Review: Find My iPhone

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Date: Monday, June 21st, 2010, 11:28
Category: iPhone, Review, Software

By Steve Abrahamson

Friday, Apple released the Find My iPhone app (in truth it’ll find your iPad too). In this reviewer’s opinion, this is an app that should have been here a year ago, but I’m just glad it’s finally here.

Having this as an app is a terrific idea. A case study: early last year, before you could even get to Find My iPhone in Mobile Safari, my wife misplaced her phone, and we had to go home to find where she lost it. If we’d had this, I could have found it while we were still out – and it turns out, near where she’d left her iPhone. For families with more than one iDevice, this app makes a great functionality more accessible.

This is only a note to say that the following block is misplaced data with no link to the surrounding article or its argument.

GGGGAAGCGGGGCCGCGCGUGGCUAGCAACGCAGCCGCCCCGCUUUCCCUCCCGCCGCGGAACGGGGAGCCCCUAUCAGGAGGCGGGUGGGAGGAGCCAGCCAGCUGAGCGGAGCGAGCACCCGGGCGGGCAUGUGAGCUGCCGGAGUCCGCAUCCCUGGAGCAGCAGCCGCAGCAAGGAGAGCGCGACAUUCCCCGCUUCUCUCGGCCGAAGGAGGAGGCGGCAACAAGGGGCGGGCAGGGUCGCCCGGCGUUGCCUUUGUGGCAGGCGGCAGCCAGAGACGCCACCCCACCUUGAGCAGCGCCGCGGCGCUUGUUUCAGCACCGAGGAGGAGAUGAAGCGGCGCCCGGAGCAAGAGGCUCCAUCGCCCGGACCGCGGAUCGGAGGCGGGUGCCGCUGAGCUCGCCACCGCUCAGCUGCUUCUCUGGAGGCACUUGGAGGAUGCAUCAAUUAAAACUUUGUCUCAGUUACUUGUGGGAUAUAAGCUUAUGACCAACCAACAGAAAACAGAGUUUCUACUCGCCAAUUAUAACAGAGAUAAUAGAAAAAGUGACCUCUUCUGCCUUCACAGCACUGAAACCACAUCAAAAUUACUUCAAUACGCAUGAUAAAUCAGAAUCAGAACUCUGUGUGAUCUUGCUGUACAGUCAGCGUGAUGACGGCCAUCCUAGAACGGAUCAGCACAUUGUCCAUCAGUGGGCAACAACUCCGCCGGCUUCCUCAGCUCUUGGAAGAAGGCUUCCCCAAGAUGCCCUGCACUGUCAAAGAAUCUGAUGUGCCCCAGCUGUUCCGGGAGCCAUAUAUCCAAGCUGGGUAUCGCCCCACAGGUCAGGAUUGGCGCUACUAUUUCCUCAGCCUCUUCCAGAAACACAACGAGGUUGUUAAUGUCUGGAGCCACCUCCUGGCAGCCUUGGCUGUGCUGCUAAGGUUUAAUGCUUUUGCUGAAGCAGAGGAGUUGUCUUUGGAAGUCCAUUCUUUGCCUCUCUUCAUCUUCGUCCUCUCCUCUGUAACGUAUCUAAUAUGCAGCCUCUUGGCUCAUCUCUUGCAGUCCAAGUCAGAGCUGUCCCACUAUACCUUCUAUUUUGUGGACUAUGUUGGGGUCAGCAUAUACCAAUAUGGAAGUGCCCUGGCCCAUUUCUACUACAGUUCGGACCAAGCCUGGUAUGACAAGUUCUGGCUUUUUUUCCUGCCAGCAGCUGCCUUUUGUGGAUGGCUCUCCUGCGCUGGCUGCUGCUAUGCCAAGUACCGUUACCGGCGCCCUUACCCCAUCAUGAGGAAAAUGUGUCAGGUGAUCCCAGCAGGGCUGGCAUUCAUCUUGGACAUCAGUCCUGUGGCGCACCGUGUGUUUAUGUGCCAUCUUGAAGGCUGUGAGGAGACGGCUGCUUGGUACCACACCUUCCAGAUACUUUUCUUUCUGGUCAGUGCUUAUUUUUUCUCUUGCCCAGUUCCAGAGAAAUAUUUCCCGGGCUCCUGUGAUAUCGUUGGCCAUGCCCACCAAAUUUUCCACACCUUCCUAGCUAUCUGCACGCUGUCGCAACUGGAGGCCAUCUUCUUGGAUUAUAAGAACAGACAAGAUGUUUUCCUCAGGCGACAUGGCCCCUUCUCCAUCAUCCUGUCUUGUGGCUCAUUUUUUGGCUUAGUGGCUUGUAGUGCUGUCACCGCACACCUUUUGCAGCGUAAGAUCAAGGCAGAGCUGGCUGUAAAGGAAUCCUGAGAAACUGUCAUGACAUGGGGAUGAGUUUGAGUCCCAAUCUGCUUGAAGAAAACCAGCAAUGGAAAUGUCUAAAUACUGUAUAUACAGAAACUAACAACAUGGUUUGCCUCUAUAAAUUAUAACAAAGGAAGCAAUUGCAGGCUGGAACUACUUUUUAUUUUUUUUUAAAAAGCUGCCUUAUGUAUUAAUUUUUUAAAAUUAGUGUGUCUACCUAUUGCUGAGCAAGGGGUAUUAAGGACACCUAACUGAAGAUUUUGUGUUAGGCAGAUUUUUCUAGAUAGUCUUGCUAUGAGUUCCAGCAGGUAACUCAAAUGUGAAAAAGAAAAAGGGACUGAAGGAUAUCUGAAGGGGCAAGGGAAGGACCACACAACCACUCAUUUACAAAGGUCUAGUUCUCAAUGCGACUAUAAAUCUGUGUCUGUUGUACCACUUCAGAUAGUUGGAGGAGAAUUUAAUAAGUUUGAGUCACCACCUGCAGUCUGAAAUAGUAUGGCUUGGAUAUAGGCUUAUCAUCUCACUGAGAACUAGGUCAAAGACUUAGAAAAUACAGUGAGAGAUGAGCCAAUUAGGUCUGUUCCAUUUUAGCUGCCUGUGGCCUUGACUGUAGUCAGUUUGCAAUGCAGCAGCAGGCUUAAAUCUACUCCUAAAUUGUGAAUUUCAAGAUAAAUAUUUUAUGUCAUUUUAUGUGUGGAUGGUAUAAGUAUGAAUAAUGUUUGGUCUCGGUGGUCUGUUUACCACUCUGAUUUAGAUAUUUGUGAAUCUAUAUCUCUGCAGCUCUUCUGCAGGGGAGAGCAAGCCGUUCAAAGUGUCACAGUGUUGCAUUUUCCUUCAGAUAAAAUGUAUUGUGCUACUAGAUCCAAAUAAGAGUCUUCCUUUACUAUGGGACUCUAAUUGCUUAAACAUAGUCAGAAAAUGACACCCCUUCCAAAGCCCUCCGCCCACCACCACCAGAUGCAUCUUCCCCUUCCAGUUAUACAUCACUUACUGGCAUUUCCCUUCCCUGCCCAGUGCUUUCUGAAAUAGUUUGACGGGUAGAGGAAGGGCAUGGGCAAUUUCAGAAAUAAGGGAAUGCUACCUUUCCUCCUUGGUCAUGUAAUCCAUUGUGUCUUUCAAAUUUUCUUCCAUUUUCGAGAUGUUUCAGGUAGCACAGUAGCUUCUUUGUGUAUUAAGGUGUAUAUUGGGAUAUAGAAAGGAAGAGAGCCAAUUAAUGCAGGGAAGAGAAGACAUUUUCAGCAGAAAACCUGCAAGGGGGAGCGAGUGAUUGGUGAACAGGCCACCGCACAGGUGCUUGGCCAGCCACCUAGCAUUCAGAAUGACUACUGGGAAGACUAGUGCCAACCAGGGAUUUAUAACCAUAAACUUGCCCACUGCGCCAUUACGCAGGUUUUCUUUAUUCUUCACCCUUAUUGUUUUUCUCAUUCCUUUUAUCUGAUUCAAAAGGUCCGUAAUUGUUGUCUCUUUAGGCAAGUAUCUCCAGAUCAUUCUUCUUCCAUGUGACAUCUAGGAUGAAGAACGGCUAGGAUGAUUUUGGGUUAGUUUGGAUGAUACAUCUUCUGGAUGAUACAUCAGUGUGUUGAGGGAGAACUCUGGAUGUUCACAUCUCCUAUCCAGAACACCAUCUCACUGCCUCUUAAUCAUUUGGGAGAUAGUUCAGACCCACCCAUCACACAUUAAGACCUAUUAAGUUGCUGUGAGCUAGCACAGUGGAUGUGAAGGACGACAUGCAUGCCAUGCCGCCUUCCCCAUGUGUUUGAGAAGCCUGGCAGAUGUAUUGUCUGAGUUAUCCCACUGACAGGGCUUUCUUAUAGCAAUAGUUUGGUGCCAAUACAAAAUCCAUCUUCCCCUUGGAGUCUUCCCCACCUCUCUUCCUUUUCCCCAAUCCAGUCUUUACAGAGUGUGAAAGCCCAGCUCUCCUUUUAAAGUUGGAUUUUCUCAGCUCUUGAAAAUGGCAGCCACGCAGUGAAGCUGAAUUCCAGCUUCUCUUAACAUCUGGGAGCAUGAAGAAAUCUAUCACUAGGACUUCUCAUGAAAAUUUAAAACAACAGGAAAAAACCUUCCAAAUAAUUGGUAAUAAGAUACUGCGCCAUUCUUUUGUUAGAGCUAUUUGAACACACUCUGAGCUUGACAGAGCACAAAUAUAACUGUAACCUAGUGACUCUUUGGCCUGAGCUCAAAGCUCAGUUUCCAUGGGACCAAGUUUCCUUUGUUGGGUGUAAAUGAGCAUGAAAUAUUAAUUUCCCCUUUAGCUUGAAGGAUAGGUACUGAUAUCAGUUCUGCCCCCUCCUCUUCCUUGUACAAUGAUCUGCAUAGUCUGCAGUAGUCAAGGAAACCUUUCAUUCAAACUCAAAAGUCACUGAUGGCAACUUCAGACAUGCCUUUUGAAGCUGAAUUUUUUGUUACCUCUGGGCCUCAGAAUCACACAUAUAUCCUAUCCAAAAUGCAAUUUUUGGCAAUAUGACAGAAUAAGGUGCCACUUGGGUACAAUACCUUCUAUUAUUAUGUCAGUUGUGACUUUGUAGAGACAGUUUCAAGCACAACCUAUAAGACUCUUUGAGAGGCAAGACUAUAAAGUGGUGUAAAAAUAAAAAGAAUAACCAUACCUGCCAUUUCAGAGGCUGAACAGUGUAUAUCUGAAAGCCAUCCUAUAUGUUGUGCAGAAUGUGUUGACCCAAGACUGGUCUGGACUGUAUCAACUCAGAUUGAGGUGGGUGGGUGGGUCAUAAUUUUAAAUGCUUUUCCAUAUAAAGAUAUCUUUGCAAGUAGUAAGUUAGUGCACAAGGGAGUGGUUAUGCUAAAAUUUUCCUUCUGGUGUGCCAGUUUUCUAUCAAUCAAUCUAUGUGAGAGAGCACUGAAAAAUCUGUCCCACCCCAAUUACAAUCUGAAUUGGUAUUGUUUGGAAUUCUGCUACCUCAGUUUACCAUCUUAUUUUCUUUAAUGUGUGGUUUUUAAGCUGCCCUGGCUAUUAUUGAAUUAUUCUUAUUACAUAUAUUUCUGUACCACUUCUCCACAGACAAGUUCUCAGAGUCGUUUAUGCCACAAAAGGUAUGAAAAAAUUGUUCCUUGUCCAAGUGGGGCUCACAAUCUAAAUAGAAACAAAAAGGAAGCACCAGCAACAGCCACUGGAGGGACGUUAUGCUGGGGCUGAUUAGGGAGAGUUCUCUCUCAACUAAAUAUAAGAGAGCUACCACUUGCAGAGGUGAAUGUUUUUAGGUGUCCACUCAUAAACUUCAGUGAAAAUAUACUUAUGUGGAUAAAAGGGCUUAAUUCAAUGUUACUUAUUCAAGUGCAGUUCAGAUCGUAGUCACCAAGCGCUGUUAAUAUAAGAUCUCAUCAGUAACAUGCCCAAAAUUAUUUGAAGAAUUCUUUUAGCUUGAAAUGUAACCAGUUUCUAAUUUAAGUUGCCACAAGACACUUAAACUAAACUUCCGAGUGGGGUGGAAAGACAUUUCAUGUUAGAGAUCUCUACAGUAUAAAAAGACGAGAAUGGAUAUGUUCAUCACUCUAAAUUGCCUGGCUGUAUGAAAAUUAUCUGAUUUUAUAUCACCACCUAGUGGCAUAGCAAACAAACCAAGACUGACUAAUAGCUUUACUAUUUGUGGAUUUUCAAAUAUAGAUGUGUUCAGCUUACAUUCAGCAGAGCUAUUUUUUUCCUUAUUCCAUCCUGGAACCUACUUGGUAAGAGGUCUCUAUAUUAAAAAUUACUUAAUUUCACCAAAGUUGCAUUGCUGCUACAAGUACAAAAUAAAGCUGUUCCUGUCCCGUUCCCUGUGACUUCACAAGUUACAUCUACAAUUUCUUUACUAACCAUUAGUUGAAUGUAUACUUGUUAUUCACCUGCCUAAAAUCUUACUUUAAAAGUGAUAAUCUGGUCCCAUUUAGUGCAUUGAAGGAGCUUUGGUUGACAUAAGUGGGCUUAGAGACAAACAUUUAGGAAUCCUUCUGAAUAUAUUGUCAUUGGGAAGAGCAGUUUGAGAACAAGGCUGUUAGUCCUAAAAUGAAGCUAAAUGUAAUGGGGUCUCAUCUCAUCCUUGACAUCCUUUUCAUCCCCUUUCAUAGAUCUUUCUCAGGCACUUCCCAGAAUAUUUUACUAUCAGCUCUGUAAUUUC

With tools this powerful, however, comes increased risk. Improper access to this functionality in the wrong hands could easily offer the potential for serious stalking, and Apple stands in the way by insisting on login credentials for the device you’re looking for, each time you launch the app.

Unfortunately, it “offers” you the same Login ID you last used to successfully log in – and there does not appear to be any way to clear it, even between sessions. I tried deleting the ID, but the app remembered the last successful login and “offered” it when I re-launched the app; so it doesn’t remember null values. I tried replacing the ID with a random word, but that wouldn’t stick either. Power cycling the iPhone didn’t even clear it.